Sebastian Munoz set the early pace at the Zozo Championship after earning a one-stroke lead in the opening round, while defending champion Tiger Woods struggled on his return to the PGA Tour.

Colombian golfer Munoz carded an eight-under-par 64 to top the leaderboard in Thousand Oaks, where the tournament is taking place after being relocated from Japan due to the coronavirus pandemic and travel restrictions.

Munoz – eyeing his second Tour title – holed two eagles, eight birdies, a double bogey and two bogeys at Sherwood Country Club.

The 27-year-old recorded his second eagle of the day on the par-five 16th, holing out from 51 yards to mark the third instance in his Tour career with two eagles in a single round.

England's Tyrrell Hatton and American star Justin Thomas – who ended the day eagle-birdie-birdie – are a shot off the pace heading into Friday's second round, while Brian Harman, Lanto Griffin, Kevin Kisner, Harris English and Dylan Frittelli are stroke further back at six under.

World number two Jon Rahm and Jason Day were among the players to post first-round 68s in a field missing top-ranked golfer Dustin Johnson and Adam Scott due to positive coronavirus cases.

After claiming his maiden Tour title via last week's CJ Cup at Shadow Creek, Jason Kokrak shot a three-under-par 69 to be tied for 26th alongside the likes of Xander Schauffele and Matthew Wolff.

Searching for his first victory since 2017, former world number one Jordan Spieth opened with a 70, just like 2018 Masters champion Patrick Reed.

Rory McIlroy – a four-time major champion – recorded a one-over-par 73, a shot worse off than Phil Mickelson.

As for Woods, his title defence and bid for a record-breaking 83rd Tour crown started with a forgettable four-over-par 76 that left him 12 strokes behind Munoz.

Making just his eighth start of 2020 and playing for the first time since missing the U.S. Open cut ahead of next month's Masters defence, Woods played three par-five holes over par in the same round for the first time in his illustrious career.

Woods carded a three-over 39 on the back nine, which included a double bogey and two bogeys to go with a solitary birdie.

Patrick Reed is the man to beat at the halfway mark of the U.S. Open after earning a one-shot lead in his pursuit of a second major title, while Tiger Woods was among the big names who failed to qualify for the weekend.

Reed – the 2018 Masters champion – carded an even-par-70 to move top of the leaderboard through two rounds in tricky conditions at Winged Foot Golf Club on Friday.

American golfer Reed was a stroke behind overnight leader and countryman Justin Thomas heading into day two in New York, where the rescheduled major is taking place behind closed doors amid the coronavirus pandemic.

Reed, who made a memorable hole-in-one in the opening round, replaced Thomas atop the standings thanks to a mixed day, which included five birdies and as many bogeys.

A controversial figure on the PGA Tour following accusations of cheating during last year's Hero World Challenge, Reed started on the back nine and birdied his second hole but had three bogeys in a five-hole stretch – that also included another birdie – approaching the turn.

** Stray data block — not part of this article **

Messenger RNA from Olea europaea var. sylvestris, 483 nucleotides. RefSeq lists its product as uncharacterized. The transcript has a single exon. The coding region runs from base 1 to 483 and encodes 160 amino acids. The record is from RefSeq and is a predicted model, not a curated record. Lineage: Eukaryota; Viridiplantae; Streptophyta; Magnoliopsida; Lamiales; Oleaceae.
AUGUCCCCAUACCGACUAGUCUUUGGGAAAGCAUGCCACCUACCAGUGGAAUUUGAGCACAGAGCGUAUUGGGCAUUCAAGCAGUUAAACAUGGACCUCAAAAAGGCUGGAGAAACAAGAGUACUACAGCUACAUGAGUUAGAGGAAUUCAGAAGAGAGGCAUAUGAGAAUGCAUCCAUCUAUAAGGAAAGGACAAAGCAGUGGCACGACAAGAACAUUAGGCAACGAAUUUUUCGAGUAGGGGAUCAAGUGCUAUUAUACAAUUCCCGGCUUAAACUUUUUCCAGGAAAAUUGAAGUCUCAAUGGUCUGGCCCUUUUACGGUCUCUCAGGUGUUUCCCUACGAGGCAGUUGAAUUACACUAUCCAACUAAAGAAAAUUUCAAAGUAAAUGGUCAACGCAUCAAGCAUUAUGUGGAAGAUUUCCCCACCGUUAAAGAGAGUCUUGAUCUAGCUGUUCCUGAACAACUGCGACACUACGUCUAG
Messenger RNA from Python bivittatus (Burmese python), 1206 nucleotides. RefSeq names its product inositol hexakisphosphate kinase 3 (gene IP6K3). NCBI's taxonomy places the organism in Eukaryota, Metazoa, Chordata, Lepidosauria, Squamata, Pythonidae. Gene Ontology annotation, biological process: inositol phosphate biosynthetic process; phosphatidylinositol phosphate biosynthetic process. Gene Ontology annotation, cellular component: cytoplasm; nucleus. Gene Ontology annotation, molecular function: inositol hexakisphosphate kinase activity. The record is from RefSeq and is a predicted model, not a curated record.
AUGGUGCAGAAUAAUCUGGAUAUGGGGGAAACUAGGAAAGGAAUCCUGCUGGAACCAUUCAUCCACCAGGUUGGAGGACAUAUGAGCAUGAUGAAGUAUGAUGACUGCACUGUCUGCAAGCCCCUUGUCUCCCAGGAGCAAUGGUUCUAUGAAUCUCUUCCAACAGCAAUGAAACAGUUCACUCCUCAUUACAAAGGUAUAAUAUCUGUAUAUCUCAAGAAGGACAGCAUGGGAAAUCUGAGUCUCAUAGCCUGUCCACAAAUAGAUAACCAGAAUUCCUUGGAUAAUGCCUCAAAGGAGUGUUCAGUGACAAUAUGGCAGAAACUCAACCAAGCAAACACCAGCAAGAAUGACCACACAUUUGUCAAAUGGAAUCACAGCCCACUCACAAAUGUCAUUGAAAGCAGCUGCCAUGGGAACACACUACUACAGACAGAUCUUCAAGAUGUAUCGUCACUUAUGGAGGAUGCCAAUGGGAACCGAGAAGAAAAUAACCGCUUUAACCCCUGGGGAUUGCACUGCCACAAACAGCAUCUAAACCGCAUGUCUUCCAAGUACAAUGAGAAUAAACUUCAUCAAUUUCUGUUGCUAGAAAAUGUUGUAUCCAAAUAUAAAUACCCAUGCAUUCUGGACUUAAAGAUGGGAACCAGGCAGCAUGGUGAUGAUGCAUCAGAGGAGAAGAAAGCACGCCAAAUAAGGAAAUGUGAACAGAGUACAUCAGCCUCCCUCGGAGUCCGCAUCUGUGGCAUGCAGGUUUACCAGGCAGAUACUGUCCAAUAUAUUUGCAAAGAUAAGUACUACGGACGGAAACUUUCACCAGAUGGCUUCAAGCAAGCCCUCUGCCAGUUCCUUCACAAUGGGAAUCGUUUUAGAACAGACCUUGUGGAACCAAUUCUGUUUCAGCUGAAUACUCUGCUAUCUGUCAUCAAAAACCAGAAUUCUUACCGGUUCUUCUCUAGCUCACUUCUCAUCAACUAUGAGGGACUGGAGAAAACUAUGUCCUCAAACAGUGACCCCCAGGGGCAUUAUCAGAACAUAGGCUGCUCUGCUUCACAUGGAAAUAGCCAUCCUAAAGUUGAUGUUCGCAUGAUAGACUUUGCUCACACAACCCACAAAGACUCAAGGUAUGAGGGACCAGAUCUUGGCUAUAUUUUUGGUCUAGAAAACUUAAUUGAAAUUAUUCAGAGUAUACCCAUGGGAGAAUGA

Reed tallied two birdies and two bogeys before closing his round with a birdie at the last to end the day four under and ahead of surging American Bryson DeChambeau (68), who improved 12 positions.

Rafa Cabrera Bello (70), Harris English (70) and former world number one Thomas (73) are tied for third and two shots off the pace heading into Saturday's third round.

Thomas set the record for the lowest score posted in a U.S. Open at Winged Foot with a first-round 65, but he was unable to repeat the feat on a tough day.

Jon Rahm (72) closed the round one over through 36 holes, while world number one and FedEx Cup champion Dustin Johnson (70) is two strokes worse off following back-to-back rounds in the 70s.

Johnson – the 2016 winner – is three over alongside four-time major champion Rory McIlroy, who endured a forgettable round following a six-over-par 76.

In contention after round one, Northern Irish star McIlroy – seeking his first major trophy since 2014 – fell 17 positions on the back of a double bogey, seven bogeys and just three birdies.

As for Woods, he missed the cut and the 15-time major winner was not alone as defending champion Gary Woodland (74), Jordan Spieth (81) and Phil Mickelson (74) also fell short of the six-over line.

Three-time U.S. Open champion Woods finished with a score of 10 over after shooting a second-round 77, which included two double bogeys and five bogeys.

It was a horrible day for 2015 champion Spieth, whose woes continued as he bowed out at 14 over after going through the second round without a birdie, instead holding a double bogey and nine bogeys.

Phil Mickelson admitted he had played "some of my worst golf" as he tumbled out of the U.S. Open at Winged Foot, scene of surely his biggest golfing nightmare.

Fourteen years after he double-bogeyed the 18th to surrender the 2006 U.S. Open to Geoff Ogilvy, when a par would have secured a third straight major, Mickelson failed to make the cut on the same course.

Now 50 years old and fresh from a debut on the Champions Tour, Mickelson followed Thursday's wretched 79 with a more respectable 74 in tough scoring conditions.

But on 13 over par he was certain to miss the weekend's action, and when asked whether he had considered if it might be his final U.S. Open, Mickelson said: "I don’t know."

He said he would "head home and take a few weeks off and go from there". The U.S. Open is the one major Mickelson has never won.

On this occasion, Mickelson was clearly hoping for more from his game, but said he "enjoyed the challenge" posed by the course in New York state.